Our findings provide direct field evidence that Siberian Traps magmas incorporated and combusted coal and organic-rich material. This combustion may have been linked to the formation of breccia pipes in the region (Jerram et al., 2016; Ogden and Sleep, 2012; Svensen et al., 2009). The presence of cenospheres and char also provides evidence for ejection of combusted coal ash into the atmosphere, supporting previous suggestions of significant coal fly ash formation at this time in Siberia, carried on global air currents and deposited in the Arctic Canada Sverdrup Basin (Grasby et al., 2011). In addition to carbon released from the mantle (Sobolev et al., 2011) and thermally metamorphosed country rocks, our results show that coal combustion also liberated light carbon, contributing to the global warming and carbon-cycle disruption that characterized the Permo-Triassic mass extinction (e.g., Cui and Kump, 2015).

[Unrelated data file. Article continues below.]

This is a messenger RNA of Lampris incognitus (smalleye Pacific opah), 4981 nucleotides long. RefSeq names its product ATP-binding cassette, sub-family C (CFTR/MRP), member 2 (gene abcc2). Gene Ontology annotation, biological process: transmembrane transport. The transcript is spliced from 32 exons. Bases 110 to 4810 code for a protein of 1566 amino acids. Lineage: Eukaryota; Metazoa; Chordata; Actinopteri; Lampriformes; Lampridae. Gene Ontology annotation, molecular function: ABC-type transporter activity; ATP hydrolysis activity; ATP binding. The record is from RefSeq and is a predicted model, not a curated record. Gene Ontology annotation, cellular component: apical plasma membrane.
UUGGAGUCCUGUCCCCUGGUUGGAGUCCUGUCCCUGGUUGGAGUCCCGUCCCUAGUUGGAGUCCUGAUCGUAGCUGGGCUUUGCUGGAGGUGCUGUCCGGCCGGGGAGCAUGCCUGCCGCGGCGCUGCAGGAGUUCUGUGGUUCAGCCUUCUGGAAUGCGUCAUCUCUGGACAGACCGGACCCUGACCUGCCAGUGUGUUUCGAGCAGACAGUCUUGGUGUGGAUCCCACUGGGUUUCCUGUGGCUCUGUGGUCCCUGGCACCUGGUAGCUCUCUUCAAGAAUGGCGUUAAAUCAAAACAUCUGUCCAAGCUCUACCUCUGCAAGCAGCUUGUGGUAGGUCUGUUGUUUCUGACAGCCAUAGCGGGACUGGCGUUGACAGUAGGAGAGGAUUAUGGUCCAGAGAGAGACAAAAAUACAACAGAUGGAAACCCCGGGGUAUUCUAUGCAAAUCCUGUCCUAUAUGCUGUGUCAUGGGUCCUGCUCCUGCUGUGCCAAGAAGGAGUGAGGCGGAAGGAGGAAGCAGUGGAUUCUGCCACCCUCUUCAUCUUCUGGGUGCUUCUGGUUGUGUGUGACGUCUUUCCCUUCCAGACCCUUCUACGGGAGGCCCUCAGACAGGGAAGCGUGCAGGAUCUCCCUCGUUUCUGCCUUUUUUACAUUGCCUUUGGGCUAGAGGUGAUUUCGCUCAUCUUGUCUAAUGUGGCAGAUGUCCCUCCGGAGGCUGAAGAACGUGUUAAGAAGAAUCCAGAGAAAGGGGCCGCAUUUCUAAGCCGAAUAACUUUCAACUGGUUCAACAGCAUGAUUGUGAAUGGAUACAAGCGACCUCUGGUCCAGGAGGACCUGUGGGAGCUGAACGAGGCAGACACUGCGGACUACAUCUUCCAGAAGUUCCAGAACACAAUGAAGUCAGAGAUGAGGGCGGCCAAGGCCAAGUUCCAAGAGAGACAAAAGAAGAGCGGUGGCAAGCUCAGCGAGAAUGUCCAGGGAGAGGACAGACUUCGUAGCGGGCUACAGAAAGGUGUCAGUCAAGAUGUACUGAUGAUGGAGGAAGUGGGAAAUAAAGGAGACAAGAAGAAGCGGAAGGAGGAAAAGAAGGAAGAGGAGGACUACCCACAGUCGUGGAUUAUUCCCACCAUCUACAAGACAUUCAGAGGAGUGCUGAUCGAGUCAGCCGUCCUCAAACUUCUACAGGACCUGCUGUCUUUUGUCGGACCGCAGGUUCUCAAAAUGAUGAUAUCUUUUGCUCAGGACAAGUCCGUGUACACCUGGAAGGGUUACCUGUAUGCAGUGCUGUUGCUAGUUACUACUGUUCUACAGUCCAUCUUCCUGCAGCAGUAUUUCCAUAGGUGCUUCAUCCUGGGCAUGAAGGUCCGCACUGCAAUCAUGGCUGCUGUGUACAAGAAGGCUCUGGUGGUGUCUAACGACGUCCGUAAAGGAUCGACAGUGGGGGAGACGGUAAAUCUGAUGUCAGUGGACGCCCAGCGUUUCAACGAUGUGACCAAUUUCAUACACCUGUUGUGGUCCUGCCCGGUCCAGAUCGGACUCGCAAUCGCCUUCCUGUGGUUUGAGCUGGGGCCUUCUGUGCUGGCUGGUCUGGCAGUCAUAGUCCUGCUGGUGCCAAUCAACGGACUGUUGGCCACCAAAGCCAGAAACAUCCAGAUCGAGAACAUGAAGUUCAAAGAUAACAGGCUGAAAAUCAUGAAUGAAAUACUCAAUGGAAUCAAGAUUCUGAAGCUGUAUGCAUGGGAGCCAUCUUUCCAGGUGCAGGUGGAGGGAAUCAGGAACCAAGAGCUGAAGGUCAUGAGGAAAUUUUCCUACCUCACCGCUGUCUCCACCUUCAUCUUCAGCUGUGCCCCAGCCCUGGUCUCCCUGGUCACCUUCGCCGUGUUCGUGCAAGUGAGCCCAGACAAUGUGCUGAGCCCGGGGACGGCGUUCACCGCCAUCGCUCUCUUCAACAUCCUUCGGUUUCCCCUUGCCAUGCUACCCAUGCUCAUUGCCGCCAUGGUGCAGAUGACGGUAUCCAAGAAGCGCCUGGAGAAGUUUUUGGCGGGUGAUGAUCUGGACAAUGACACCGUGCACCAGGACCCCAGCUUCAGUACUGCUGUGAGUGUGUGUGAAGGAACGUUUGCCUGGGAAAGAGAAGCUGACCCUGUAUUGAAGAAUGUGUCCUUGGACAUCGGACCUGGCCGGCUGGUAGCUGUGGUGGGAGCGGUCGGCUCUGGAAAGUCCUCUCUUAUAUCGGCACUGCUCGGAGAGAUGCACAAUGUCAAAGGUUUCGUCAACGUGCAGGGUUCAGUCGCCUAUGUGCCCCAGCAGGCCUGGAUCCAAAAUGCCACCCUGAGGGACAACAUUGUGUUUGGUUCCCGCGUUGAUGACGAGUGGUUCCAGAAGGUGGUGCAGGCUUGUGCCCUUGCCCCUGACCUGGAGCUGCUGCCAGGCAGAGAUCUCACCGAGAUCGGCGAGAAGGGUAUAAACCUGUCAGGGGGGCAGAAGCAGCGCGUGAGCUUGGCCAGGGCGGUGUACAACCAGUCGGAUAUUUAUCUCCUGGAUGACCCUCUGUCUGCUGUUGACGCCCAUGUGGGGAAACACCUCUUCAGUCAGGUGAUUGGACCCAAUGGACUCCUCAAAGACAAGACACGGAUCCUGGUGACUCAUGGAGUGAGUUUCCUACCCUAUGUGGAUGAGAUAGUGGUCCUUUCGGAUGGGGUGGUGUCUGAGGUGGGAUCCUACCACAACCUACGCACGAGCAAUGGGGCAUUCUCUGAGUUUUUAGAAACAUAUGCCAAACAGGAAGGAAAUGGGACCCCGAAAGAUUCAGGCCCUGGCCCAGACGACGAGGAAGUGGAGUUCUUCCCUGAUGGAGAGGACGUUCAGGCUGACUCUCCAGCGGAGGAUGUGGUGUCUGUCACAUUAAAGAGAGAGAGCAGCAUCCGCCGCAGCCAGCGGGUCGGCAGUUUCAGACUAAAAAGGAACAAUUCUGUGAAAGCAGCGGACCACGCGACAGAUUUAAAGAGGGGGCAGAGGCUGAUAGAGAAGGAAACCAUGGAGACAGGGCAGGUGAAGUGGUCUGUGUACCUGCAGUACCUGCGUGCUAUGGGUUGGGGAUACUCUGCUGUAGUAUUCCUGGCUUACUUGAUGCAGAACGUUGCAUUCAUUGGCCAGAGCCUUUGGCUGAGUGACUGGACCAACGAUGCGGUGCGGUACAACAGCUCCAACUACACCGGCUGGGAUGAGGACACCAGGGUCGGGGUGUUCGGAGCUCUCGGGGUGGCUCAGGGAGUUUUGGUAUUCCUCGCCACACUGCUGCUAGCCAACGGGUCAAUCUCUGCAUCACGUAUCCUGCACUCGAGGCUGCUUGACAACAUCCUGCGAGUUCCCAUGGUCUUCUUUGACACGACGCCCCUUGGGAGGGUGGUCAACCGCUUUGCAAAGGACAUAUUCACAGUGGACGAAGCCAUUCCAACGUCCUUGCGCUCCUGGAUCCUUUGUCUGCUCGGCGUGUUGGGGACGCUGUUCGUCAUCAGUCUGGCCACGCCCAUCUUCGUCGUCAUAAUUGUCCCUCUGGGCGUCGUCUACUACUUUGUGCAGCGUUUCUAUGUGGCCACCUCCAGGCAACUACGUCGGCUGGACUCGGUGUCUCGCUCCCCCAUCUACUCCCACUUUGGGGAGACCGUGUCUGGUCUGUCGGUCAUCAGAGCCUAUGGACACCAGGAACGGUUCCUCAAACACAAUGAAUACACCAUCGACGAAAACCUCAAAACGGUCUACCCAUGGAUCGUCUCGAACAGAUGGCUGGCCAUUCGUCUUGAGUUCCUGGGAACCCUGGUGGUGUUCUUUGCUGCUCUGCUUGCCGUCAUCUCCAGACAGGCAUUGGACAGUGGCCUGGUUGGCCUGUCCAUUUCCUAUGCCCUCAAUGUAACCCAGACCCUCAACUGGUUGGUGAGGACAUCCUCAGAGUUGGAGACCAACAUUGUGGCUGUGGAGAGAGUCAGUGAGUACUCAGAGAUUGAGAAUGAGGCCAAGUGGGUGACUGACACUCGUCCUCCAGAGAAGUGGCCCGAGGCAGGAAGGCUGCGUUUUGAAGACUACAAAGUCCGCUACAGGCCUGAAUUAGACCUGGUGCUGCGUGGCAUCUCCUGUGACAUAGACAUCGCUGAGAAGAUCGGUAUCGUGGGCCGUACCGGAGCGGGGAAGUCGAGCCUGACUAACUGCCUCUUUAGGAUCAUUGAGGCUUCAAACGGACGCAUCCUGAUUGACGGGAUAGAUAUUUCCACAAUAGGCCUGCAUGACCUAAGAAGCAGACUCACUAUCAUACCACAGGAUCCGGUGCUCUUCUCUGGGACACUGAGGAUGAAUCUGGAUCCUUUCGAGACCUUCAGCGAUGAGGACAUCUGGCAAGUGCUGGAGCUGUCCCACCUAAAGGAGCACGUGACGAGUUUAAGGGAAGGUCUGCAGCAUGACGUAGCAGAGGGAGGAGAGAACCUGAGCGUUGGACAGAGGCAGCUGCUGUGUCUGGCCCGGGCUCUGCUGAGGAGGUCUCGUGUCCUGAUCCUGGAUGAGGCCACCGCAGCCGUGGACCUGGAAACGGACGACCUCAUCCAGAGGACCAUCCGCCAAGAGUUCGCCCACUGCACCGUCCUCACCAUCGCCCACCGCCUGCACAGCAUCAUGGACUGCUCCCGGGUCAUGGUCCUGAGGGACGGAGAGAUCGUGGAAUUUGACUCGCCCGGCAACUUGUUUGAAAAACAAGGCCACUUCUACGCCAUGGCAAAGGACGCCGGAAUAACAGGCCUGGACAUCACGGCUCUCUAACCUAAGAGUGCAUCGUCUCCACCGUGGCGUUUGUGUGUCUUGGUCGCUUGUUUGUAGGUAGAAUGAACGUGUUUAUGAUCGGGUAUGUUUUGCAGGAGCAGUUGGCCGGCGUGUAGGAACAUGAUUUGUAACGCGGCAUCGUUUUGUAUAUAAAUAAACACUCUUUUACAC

We thank reviewers Paul Wignall, Henrik Svensen, and Ying Cui, and our team members. Funding was provided by U.S. National Science Foundation (NSF) Continental Dynamics grant EAR-0807585 to Elkins-Tanton, a grant of the Russian Foundation for Basic Research (18-35-20058) to Veselovskiy, and NSF Integrated Earth Systems grant EAR-1615147 to Black.